“We have leg tags on each animal to collect data on their movements. The leg tag can tell whether a cow is standing or lying down. If the animal is lying down for so long, for example, it could be a sign of illness,” Gur explains. The tag also helps managers monitor animals that are on heat enabling them to undertake artificial insemination on time.

For Israelis, the health of their animals is a priority. Dr Shuli Cohen, a veterinary care expert, says each farm pays an annual fixed rate per animal and in turn is visited two to three times a week by a Vet.

He says, “Each cow receives several routine visits per lactation to ensure she is producing at maximum potential. Such co-operation creates a less competitive environment where knowledge and best practices are shared among farmers.”

Most dairy cows are registered in the Israeli Holstein Friesan Herdbook of the Israel Cattle Breeders Association for record keeping. Much attention, is given to the design and establishment of the production environment adapted to the needs of cows and farmers. Reducing the heat stress on the cow, with active evaporative cooling systems and well-designed animal housing structures, have an enormous positive impact on the production level.

When it comes to breeding, artificial insemination is provided, irrespective of cost and quality of semen and is guided by the database compiled over the years. The Holstein Friesan black and white cow is recognised globally as the most efficient milk producer in terms of yearly milk-production.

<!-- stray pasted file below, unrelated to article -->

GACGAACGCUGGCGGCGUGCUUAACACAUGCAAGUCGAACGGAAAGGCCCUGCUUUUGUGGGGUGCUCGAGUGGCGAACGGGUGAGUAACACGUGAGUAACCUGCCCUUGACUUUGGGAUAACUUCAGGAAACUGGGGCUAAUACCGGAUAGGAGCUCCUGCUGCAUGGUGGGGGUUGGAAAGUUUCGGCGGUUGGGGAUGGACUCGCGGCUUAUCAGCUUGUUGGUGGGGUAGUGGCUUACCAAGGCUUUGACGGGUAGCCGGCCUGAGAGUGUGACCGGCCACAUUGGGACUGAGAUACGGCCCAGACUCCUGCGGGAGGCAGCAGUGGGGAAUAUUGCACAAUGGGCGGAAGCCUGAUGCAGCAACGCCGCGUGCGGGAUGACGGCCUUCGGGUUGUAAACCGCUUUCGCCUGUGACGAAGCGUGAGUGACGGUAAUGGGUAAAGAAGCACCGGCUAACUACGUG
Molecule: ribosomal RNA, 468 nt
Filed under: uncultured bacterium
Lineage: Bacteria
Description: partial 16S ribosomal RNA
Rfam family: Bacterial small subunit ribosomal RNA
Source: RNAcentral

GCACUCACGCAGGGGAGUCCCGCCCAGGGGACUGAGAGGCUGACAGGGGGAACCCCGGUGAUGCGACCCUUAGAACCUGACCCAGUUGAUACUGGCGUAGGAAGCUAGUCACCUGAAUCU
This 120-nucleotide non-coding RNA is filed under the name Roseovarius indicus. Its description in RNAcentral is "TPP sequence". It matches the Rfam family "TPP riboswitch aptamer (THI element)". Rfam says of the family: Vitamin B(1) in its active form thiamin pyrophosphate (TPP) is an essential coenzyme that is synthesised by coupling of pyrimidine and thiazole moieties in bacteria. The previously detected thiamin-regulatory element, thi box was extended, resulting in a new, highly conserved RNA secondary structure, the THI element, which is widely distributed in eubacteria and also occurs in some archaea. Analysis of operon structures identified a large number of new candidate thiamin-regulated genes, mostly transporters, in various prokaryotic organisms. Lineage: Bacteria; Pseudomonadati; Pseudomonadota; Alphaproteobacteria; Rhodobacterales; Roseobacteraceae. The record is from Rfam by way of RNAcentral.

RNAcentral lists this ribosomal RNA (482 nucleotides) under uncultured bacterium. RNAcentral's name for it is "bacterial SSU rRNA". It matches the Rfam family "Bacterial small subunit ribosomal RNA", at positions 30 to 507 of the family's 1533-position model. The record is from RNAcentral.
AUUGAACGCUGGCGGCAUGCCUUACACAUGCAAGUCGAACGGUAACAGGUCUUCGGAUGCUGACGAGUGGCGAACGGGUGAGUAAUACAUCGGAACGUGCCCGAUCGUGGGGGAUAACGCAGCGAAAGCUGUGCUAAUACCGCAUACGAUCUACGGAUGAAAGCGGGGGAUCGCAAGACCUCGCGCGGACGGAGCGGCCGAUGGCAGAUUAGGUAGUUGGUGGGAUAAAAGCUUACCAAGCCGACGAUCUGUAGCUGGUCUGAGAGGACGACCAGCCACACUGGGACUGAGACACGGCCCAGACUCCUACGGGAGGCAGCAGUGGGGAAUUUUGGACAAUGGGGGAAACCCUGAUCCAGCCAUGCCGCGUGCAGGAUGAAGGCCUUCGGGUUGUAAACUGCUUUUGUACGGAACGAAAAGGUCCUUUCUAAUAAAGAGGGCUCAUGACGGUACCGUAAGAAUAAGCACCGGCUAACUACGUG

New ideas

The Israeli government plays an important role in making the nation a world-class hub for technology and milk production.

Steven Rosen, extension services officer at the Ministry of Agriculture in Israel, says the government provides subsidies for animal imports. “Israel is not bound by agricultural traditions, and Israeli farmers integrate many new ideas into their farming systems. Integration of co-operative ideas has provided even the small farmer in Israel with technological access to modern and to up-to-date know-how, through extension services,” Rosen notes.

Fodder farming as a business is also emphasised with companies that deal with exclusively feeds slowly being established.

Areas for partnerships

It is on that background that New KCC seeks crucial partnerships with Israeli farmers to increase milk production.

New KCC Managing Director Nixon Sigey, who accompanied the farmers for the training, says the company is keen on not only improving its relationship with milk farmers but also investing in trainings to boost productivity.

“Our endgame is to increase milk production and stabilise the ever fluctuating milk prices. Farmers are deducted 50 cents from every litre of milk they supply to us.

Trainings

This forms a huge chunk of money spent on extension services and programs including internal and external training and visits,” Mr Sigey says. New KCC chair Matu Wamae, who was also present, says there is need to contextualise and implement the lessons learned to enhance Kenyan dairy farming productivity. Farmers are also optimistic that lessons learnt from the tour will transform their daily agricultural activities

“I have learnt that feeding is crucial. It is rare to get someone back in Kenya using the correct rations of food for their animals. I plan to plant corn, wheat and barley for fodder,” Njeru Michael a farmer from Embu County says.

New KCC has formed a committee to implement lessons picked from Israel to boost milk production.